Last month was my third time doing a daily-painting challenge, and by now I’ve learned a few things. I’ve always had a theme and materials at the ready so that I wasn’t spending time thinking of what and how to paint each day. This time I took that preparation further to have a more cohesive group of work at the end.
I did this by choosing not only a theme (blue) and tools (palette knife), but also a mood. I started with snow scenes, and as I got into them I found that even when painting activity—sledding, skating—a quietness prevailed. Snow does that to the outdoors—even a city—and we like that about it. So, I went with it. When I didn’t paint snow I kept that feeling of quiet and calm in my still lifes. Using blue helps a lot. Besides thick swaths of many blues, I also used a neutral blue-gray to tint each panel. It made for a good start toward unity.
I always had a panel on deck ready for the next day. I made two a day when I could to take some pressure off of my and my husband’s (yes, both!) birthday weekend. The flu knocked me off my game even more, and since this is now the second February in a row that I’ve been afflicted by this angry virus, I may choose a different month to do this challenge next year.
Last lesson: I should not “hide” a box of Valentine chocolates in a drawer in my studio. They turned into second breakfast too many times.
I was cleaning up my studio in December, and my sister told me that in Japan there’s a word for this year-end tradition called o-soji, "the great clean." We usualy call this a purge, but now that there’s a freaky horror movie with that name, I prefer o-soji. My soji coincided with a studio visit by a new client, and I decided to take it to the next level.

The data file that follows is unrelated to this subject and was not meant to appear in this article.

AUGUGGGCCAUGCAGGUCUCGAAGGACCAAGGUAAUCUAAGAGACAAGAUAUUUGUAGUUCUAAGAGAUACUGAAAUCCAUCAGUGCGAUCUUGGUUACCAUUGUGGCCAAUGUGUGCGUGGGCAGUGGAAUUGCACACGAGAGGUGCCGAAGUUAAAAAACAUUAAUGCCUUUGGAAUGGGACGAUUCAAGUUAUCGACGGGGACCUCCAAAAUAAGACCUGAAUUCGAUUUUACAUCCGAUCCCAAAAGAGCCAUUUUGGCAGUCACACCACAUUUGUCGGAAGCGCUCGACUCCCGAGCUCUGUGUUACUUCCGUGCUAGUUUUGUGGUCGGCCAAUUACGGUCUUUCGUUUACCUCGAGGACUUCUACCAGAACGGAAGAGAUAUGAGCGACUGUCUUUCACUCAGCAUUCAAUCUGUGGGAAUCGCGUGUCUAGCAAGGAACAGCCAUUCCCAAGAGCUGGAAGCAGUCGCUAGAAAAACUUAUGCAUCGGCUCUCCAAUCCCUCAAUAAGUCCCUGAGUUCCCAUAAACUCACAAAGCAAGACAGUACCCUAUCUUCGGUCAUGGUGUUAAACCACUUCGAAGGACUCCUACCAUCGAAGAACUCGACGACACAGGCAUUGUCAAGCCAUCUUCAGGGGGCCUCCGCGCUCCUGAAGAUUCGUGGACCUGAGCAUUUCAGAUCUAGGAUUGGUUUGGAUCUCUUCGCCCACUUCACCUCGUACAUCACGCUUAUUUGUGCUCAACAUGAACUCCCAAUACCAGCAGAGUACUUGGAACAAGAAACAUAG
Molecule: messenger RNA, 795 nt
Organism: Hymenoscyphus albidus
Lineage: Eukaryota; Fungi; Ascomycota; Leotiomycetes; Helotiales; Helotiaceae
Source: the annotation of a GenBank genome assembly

I love throwing things away, it’s practically a hobby, so this was a real treat. I opened every drawer, door, and boxes in drawers to assess and reorganize. I found so much space! I found a box of price tags, a folding stool, and two tubes of paint! The "client" part of this exercise was to pretty up for a visitor. I hung more artwork on my walls, cleared more floor space, bought a plant, and brought in seating for relaxed viewing and chatting. The soji extended through my house because I was going to have to walk Client from my front door through the living room, kitchen, downstairs through the hall, then into the studio. The entire household benefited.
The visit went very well (I’m hired!), and the lasting effect is an even more pleasant space to go to work. Since the visit, I have also added a candy dish, which I highly recommend for a little treat while you're thinking hard on something.
My friend Amy knows that commissions are a little difficult for me because I don’t like someone telling me what to do. (Only a little difficult, Amanda?) So when she asked for one and told me to “surprise” her, I was ever so grateful for her submission to my artistic ego. Was she just indecisive? Or did she trust me? I didn’t care. She gave me a handful of photographs of a landscape special to her family, and I sat down to think about how to knock her socks off.
I started with mood. The landscape is hunting acreage, and I honed in on a photo showing the place in winter—tall skinny bare trees, open grassy field, a small fire pit. It felt quiet, even a little reverential, which I know reflects the relationship between the adult and the children in the image when they share this place. A second photo was full of details that I knew would personalize the piece, including the figures that I wanted to be recognizable. I can get very detailed when working with pens and watercolor, and if I went with this medium, I’d stay small to deliver a sense of intimacy. I drew it in pencil first, then added ink to the foreground. I painted the background and was even happier I’d chosen winter woods because the earthy colors make the bright bits of color in the foreground pop. Those red heads are really working!
I was so confident Amy would like her painting that I captured her reaction on video. She squealed a little. It was great. The painting will be a Christmas gift for her husband, and I asked if she thought he would cry when he opened it. Maybe, she said. I will reveal his reaction in the January newsletter. Fingers crossed! Because when someone cries, you’ve won gift giving.
Later is what?
After settling into various desk jobs, I always said I'd get back to painting later in life, and later is now. Again means that I tried once before. I decided to write about my painting endeavor, too, as a learning tool, an accountability tool, and to stay sharp in case I have to go back to a desk job. Again.